Setting up a cheap Redmine server using Unicorn and Apache

Redmine is an excellent web-based project management tool. It’s open source, free and is built using Ruby on Rails.

We use Redmine as our main tool for planning, issue tracking and documenting processes. It’s an everyday tool so we need to have an always ready Redmine instance within our private domain.

Get a small VPS server

We use an Amazon EC2 t1.micro instance running Ubuntu Precise 64-bit as development server.

This machine is mainly managing a Git server with dozens of repos (and backing them up as a S3 filesystem) and a Redmine instance.

As described on Amazon EC2 docs, this instance type has pretty basic resources, but are enough for running some lightweight processes with low I/O load.

Add your service user

We’re so bad choosing funny names so our service username is service.


Log in as your service user and clone the latest Redmine tree:

$ mkdir -p ~/apps/redmine
$ git clone git:// ~/apps/redmine

Install and set up your database engine server (MySQL, PostgreSQL…) and edit the ~/apps/redmine/config/database.yml file to match these settings. Then you’ll be ready to set up the production environment:

$ cd ~/apps/redmine
$ bundle install --without development test
$ RAILS_ENV=production bundle exec rake db:migrate


“unicorn” gem

Add the unicorn gem as an application dependency by adding a Gemfile.local file (unobtrusive way to add dependencies) with this content:

# ~/apps/redmine/Gemfile.local

source ''

gem 'unicorn'

After that you should run bundle install again:

$ cd ~/apps/redmine
$ bundle install --without development test


We do store all shared resources such as config, logs or process pids in a folder named shared:

$ mkdir -p ~/shared/{config/redmine,log/redmine,pid/redmine,socket/redmine}

The previous command will create the following structure under /home/service:

├── shared
│   ├── config
│   │   └── redmine
│   ├── log
│   │   └── redmine
│   ├── pid
│   │   └── redmine
│   └── socket
│       └── redmine


$ curl -o ~/shared/config/redmine/unicorn.rb

Once you get the Unicorn config example, you will need to tweak a few lines:

  • worker_processes: Number of Unicorn workers you need.
  • working directory: working_directory "/home/service/apps/redmine"
  • pid: pid "/home/service/shared/pid/redmine/"
  • socket: listen "/home/service/shared/socket/redmine/unicorn.sock"
  • log: stderr_path "/home/service/shared/log/redmine/unicorn.stderr.log" stdout_path "/home/service/shared/log/redmine/unicorn.stdout.log"

“Automate everything”

We put all service-related scripts in the ~/script directory. These commands might help you on launching and stopping Unicorn processes:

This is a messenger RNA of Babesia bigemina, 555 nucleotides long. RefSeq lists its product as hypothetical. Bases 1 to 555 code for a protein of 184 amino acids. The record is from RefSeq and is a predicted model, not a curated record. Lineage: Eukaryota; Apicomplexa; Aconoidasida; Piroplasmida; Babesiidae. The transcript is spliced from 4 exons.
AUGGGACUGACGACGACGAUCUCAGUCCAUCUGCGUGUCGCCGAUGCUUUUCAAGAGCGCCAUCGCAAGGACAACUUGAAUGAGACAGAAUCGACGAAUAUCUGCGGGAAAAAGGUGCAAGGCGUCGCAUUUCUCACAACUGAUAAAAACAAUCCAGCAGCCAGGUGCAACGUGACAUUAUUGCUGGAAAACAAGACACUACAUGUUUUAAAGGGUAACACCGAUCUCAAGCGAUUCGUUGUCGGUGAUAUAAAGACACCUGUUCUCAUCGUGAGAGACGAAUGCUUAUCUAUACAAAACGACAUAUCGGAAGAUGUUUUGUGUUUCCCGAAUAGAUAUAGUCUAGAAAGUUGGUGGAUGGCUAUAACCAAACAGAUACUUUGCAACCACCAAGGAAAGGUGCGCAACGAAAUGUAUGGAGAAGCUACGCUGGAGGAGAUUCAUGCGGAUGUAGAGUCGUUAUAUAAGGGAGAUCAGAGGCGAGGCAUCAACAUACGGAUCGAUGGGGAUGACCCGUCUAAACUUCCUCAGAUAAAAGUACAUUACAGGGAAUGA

cd /home/service/apps/redmine && unicorn_rails -c /home/service/shared/config/redmine/unicorn.rb -p 5000 -E production -D

Command explanation:

  • -c sets the config file (/home/service/shared/config/redmine/unicorn.rb)
  • -p sets the port of the master Unicorn process (5000)
  • -E sets the environment (production)
  • -D daemonizes the command
# ~/script/stop-redmine-unicorn

kill -QUIT $(cat /home/service/shared/pid/redmine/

Because Unicorn is Unix you can send a QUIT signal to the master process to stop all its workers.



You will need to enable some Apache2 modules:

sudo a2enmod rewrite
sudo a2enmod proxy
sudo a2enmod proxy_balancer
sudo a2enmod proxy_http

Proxy Unicorn processes

Now we have to set up a new VirtualHost as a proxy balancer of the master Unicorn process running at

Note that Apache logging was disabled for reducing I/O load. Feel free to set it up if your resources are not being affected by I/O operations.

Applying it all

After enabling the new VirtualHost and restarting the apache2 service, a proxy will be listening for processes on the specified host and port.

Now run the Unicorn process as shown above (launch-redmine-unicorn script) and Redmine application should start and be served through the new VirtualHost.

Now it’s time to do some tests in order to adjust the number of Unicorn workers you need to have running on your server.

Bonus: Setting up Nginx as a frontend of Unicorn

As some of you have mentioned, Nginx is generally a better choice for micro instances. It consumes much less RAM and it’s faster than Apache due its event-driven approach.

Setting up Nginx instead of Apache2 as a frontend of Unicorn processes is trivial too so there we go:

First of all, ensure you have defined the Unicorn socket path on unicorn.conf.rb (listen option), so your socket can be located in a path like this one: /home/service/shared/socket/redmine/unicorn.sock.

Then, we’ll tweak some options from the sample nginx.conf file shipped with Unicorn in order to serve our Unicorn processes:

Tweaks explained:

  • UNIX domain socket: server unix:/home/service/shared/socket/redmine/unicorn.sock fail_timeout=0; (L8)
  • Name and proxy the upstream server: upstream redmine_unicorn (L2) and proxy_pass http://redmine_unicorn; (L78)
  • Site settings: server_name (L30) and statics root path (38)

Thank you for all your comments.

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